Determining the nature of the headache is important [3]. Consideration of the location (unilateral, bilateral, focal) the time to onset, the associated symptoms, the association with neck and body (cevicogenic, meningitis, encephalitis) and precipitating red flag conditions are all important.

Red flags in the headache history are of concern and should be screened. Red flags include: (1) systemic symptoms including fever; (2) neoplasm history; (3) neurologic deficit (including decreased consciousness); (4) sudden or abrupt onset; (5) older age (onset after 65 years); (6) pattern change or recent onset of new headache; (7) positional headache; (8) precipitated by sneezing, coughing, or exercise; (9) papilledema; (10) progressive headache and atypical presentations; (11) pregnancy or puerperium; (12) painful eye with autonomic features; (13) posttraumatic onset of headache; (14) pathology of the immune system such as HIV; (15) painkiller overuse or new drug at onset of headache [2].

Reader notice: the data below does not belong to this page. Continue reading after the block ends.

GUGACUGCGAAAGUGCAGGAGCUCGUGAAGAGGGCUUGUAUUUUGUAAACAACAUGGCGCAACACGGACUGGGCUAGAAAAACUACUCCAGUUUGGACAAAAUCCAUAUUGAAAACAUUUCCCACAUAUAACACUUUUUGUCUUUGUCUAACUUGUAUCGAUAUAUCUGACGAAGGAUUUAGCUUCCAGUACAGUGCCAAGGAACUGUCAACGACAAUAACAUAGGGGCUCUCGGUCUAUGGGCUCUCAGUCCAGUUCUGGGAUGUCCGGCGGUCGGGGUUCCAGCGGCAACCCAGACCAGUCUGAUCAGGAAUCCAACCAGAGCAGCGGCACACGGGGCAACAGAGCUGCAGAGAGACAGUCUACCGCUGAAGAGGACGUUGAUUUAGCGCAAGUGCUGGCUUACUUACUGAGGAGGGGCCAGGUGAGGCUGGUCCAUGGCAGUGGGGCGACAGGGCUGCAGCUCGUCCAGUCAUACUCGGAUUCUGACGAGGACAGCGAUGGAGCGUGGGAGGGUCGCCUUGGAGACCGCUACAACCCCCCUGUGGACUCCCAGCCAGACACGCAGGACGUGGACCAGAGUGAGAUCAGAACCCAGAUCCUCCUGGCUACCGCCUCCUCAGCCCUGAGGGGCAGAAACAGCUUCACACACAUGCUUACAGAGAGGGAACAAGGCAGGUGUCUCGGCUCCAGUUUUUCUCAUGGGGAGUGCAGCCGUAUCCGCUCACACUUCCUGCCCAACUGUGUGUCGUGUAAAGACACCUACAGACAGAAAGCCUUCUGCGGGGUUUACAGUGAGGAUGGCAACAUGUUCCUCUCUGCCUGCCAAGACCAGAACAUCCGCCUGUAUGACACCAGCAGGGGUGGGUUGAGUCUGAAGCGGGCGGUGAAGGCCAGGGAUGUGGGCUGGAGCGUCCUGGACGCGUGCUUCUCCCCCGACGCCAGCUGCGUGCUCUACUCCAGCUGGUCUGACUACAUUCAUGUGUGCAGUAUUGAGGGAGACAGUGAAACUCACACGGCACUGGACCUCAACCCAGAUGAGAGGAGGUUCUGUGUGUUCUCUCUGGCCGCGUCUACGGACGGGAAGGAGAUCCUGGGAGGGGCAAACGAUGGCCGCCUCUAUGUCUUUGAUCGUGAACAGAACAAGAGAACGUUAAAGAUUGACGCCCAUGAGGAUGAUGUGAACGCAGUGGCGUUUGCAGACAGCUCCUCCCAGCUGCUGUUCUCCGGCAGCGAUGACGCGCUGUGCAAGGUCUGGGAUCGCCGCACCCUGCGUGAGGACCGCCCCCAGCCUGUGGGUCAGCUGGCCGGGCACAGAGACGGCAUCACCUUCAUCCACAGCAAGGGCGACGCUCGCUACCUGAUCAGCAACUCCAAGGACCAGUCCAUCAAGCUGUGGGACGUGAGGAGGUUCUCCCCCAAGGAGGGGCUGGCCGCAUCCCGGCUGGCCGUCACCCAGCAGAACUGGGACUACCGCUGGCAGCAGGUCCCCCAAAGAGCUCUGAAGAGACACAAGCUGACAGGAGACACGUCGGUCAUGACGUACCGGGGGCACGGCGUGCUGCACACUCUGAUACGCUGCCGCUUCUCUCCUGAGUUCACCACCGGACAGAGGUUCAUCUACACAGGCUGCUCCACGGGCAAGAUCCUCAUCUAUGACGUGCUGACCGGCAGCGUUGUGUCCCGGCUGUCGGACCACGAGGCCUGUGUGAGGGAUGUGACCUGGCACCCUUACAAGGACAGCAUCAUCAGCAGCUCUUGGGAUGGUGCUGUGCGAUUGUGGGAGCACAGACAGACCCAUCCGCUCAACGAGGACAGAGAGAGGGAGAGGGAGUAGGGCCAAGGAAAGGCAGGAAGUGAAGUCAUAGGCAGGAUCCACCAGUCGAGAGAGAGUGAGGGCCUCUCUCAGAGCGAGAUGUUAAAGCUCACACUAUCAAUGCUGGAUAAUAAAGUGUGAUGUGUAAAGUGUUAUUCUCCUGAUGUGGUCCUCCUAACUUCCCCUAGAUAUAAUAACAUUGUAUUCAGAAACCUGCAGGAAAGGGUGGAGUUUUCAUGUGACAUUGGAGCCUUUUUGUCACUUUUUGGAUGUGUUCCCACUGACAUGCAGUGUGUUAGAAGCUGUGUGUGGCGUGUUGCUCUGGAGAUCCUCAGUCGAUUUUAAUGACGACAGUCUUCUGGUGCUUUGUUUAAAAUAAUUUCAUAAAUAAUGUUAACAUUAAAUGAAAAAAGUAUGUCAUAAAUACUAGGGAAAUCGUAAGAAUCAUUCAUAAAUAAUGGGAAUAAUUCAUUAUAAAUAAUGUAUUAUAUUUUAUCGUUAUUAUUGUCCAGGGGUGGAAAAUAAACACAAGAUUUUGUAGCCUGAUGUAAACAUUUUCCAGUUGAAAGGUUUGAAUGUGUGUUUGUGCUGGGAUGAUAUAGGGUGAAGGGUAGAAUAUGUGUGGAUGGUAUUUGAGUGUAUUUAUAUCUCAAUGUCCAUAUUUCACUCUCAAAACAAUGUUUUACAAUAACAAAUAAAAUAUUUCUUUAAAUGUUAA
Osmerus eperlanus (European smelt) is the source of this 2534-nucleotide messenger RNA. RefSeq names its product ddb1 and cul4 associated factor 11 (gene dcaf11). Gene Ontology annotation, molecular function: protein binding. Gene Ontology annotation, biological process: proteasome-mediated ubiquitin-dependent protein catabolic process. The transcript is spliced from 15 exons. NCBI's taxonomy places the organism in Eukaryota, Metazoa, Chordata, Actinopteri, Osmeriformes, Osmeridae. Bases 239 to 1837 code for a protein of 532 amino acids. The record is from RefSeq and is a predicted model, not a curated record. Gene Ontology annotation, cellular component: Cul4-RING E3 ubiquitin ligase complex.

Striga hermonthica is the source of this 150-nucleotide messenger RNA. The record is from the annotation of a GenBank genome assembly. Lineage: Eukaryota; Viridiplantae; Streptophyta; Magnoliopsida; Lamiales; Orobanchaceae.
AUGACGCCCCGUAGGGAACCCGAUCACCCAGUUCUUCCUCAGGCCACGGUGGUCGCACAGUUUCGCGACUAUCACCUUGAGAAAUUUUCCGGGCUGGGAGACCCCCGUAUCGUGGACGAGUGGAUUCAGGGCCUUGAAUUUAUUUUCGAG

This paper presents an example of a headache that was both new and intense. Importantly, the headache presented with a key additional feature, that it was aggravated and relieved by a change in posture. Specifically, this case highlights an example of Spontaneous Intracranial Hypotension (SIH) causing an intense headache in a young active male of tall stature who presented remotely to a chiropractor and was referred to the emergency room initially for management with caffeine and later with autologous blood injection into the epidural space.

This case study involves a postural headache caused by a spontaneous leakage of cerebrospinal fluid (CSF). The case highlights the importance of taking a thorough patient history in order to arrive at an accurate diagnosis. Proper diagnosis in this case directed the patient to the correct medical treatment and avoided unnecessary chiropractic treatment.